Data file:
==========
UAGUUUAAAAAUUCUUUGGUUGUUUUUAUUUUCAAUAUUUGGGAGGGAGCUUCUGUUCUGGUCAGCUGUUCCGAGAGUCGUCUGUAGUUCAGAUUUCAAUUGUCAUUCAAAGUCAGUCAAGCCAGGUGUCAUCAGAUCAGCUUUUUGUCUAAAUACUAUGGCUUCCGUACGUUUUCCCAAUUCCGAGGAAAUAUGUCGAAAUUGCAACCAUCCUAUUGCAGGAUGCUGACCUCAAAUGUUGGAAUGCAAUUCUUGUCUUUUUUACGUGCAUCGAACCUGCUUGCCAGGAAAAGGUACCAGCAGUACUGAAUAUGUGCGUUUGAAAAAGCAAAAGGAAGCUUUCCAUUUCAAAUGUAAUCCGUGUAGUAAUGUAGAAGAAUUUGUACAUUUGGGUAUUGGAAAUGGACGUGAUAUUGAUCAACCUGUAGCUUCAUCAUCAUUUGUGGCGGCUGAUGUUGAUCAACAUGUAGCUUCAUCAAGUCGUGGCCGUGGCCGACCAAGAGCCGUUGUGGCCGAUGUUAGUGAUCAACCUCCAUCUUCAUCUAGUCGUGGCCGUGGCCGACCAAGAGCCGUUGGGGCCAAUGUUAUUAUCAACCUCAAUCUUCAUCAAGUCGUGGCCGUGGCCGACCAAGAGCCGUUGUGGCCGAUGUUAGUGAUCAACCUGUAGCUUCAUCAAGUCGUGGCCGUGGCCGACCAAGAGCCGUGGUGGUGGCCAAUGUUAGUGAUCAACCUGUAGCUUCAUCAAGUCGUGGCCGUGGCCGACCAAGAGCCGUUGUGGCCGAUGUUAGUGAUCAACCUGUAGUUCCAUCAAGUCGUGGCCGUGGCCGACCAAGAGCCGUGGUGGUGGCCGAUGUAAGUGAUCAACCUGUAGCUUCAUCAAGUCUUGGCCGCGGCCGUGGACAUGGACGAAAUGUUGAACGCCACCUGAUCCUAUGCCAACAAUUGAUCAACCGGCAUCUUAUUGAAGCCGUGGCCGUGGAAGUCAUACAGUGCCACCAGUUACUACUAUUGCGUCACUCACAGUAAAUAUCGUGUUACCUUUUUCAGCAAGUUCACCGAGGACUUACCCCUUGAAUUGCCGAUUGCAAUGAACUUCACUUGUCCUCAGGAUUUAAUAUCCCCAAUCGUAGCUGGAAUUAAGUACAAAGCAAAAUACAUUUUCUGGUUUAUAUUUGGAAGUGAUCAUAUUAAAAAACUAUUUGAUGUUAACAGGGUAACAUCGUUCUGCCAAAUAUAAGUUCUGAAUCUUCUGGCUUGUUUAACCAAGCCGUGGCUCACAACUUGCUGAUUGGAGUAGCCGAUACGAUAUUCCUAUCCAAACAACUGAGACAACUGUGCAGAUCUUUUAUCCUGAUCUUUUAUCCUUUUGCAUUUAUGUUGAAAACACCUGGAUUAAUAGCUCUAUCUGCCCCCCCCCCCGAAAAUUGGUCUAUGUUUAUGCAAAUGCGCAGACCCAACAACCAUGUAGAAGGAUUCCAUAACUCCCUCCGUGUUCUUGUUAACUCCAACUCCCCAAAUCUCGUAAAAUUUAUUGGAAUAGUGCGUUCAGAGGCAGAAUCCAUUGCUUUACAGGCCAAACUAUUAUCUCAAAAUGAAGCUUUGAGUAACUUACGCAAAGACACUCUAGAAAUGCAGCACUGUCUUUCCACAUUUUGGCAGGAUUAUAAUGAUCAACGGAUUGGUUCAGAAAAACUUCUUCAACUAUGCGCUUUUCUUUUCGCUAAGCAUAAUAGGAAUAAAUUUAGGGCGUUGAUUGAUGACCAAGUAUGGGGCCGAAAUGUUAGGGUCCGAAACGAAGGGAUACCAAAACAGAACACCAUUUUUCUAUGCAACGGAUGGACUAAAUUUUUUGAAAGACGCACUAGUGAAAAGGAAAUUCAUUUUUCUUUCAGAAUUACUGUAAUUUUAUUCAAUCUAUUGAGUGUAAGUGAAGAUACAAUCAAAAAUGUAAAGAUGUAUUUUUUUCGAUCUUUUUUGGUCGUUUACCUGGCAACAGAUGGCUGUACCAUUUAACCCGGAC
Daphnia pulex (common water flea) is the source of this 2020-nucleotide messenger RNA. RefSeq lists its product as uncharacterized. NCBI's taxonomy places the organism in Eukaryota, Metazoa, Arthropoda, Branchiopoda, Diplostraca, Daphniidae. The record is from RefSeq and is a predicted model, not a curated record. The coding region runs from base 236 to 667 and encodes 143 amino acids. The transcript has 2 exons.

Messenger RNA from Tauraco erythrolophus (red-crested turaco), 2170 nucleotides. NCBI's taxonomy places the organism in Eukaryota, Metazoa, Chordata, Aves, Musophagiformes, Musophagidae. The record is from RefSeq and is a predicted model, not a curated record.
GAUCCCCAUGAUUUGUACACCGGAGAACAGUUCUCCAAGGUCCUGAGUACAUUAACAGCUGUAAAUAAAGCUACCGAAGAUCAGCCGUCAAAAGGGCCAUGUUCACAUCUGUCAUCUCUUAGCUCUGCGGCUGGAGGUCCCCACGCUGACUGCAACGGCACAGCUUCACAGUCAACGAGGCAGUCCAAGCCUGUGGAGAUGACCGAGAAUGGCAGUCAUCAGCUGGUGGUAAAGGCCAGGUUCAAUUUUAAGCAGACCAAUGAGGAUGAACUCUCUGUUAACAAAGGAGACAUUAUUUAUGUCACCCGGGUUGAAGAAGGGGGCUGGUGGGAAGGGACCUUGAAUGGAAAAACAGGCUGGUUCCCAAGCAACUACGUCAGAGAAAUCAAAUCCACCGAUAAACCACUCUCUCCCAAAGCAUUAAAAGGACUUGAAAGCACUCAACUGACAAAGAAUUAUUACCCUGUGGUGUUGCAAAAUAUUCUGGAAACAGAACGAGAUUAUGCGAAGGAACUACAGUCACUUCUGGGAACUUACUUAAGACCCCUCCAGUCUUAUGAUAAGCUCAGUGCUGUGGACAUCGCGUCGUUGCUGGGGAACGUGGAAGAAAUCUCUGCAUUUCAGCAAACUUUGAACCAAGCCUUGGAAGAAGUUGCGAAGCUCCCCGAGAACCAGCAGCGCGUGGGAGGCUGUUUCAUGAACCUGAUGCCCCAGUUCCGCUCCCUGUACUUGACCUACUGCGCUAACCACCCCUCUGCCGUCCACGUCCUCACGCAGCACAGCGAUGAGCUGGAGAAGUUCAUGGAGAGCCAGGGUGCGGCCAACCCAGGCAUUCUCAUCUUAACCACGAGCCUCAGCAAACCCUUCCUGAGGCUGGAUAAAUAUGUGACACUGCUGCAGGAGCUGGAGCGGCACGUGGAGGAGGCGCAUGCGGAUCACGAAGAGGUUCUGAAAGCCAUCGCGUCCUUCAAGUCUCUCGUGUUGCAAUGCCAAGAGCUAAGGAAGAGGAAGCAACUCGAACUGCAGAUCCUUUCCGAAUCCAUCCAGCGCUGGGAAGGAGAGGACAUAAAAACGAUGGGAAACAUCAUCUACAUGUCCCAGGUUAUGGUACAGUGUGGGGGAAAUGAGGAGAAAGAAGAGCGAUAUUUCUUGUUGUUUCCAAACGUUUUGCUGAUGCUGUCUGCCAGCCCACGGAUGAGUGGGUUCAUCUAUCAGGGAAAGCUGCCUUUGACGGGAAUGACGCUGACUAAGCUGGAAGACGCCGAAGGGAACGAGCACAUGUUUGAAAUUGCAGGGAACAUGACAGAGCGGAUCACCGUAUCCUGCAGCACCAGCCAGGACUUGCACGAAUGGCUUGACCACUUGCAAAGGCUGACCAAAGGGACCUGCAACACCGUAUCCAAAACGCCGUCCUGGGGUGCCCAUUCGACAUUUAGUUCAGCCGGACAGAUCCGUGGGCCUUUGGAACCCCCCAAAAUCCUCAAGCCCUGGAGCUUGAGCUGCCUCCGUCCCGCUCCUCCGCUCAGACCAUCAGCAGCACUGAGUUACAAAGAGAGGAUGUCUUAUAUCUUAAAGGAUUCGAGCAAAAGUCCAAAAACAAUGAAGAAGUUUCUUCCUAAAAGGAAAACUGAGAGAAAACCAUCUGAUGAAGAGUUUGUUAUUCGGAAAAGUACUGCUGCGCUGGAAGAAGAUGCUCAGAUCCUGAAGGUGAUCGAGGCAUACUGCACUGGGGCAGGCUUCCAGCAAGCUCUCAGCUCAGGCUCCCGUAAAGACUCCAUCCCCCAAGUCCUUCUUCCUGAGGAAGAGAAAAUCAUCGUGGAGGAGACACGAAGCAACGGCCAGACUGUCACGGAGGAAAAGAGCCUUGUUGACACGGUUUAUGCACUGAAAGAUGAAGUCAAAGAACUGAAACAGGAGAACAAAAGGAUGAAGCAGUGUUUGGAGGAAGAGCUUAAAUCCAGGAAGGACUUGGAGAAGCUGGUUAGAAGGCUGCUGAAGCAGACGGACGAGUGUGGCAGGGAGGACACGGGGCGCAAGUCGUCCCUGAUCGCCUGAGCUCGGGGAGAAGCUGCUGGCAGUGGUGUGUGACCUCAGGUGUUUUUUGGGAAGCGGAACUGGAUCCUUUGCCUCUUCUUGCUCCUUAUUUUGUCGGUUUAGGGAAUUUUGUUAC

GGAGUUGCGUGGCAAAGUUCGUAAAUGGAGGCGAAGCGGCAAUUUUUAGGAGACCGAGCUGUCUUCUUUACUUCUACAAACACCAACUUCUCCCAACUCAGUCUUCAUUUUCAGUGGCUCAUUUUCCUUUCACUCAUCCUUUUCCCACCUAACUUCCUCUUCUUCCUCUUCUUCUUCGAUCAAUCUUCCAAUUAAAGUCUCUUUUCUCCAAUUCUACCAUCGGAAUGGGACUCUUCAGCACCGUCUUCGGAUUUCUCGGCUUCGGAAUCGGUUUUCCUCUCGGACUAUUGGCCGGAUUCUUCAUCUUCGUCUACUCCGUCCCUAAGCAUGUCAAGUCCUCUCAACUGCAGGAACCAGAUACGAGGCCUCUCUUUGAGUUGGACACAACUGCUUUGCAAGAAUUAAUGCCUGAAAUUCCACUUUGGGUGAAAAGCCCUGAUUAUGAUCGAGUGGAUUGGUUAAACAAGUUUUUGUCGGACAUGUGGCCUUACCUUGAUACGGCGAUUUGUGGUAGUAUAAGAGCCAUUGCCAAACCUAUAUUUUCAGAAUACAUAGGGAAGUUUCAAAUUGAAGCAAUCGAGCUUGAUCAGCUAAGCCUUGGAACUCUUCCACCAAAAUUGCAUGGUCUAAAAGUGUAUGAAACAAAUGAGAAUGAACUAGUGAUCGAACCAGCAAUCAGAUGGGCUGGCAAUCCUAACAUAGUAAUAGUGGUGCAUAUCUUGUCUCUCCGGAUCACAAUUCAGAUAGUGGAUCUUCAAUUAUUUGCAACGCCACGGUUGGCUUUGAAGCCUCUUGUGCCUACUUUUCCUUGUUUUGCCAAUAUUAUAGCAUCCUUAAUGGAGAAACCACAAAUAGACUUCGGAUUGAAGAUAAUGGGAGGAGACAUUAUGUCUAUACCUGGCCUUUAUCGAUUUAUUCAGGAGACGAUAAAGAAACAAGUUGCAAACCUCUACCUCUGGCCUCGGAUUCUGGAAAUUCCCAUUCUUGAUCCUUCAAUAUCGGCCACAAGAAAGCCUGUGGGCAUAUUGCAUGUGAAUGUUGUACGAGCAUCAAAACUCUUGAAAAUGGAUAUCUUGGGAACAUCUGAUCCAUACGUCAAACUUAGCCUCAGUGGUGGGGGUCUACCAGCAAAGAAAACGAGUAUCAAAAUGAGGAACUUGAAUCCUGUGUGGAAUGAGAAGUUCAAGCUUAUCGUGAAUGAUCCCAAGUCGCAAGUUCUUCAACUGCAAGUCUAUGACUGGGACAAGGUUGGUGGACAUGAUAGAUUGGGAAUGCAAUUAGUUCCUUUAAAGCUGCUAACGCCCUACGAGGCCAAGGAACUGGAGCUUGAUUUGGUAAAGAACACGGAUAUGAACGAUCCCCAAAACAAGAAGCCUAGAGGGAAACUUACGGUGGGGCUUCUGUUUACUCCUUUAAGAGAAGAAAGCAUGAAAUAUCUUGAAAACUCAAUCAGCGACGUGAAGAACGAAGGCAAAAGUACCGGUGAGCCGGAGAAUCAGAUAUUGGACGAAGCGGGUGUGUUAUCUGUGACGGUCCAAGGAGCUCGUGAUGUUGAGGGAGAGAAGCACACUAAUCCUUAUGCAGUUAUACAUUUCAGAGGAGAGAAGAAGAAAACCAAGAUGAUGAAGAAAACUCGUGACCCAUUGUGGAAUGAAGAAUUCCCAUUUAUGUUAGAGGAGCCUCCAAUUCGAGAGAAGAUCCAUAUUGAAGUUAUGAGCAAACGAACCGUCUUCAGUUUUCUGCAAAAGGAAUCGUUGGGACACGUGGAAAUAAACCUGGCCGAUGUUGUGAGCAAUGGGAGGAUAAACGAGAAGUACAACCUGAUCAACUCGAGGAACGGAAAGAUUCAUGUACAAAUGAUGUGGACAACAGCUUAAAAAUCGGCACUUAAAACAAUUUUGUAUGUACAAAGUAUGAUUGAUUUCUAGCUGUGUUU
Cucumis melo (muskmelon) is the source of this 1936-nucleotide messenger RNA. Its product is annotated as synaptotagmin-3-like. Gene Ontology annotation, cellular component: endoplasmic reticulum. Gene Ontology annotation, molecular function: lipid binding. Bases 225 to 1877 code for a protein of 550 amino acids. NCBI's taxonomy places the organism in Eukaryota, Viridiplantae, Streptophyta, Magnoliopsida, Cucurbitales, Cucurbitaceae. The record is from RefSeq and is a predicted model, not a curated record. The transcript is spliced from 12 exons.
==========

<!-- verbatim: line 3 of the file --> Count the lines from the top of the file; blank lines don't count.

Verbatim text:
Messenger RNA from Tauraco erythrolophus (red-crested turaco), 2170 nucleotides. NCBI's taxonomy places the organism in Eukaryota, Metazoa, Chordata, Aves, Musophagiformes, Musophagidae. The record is from RefSeq and is a predicted model, not a curated record.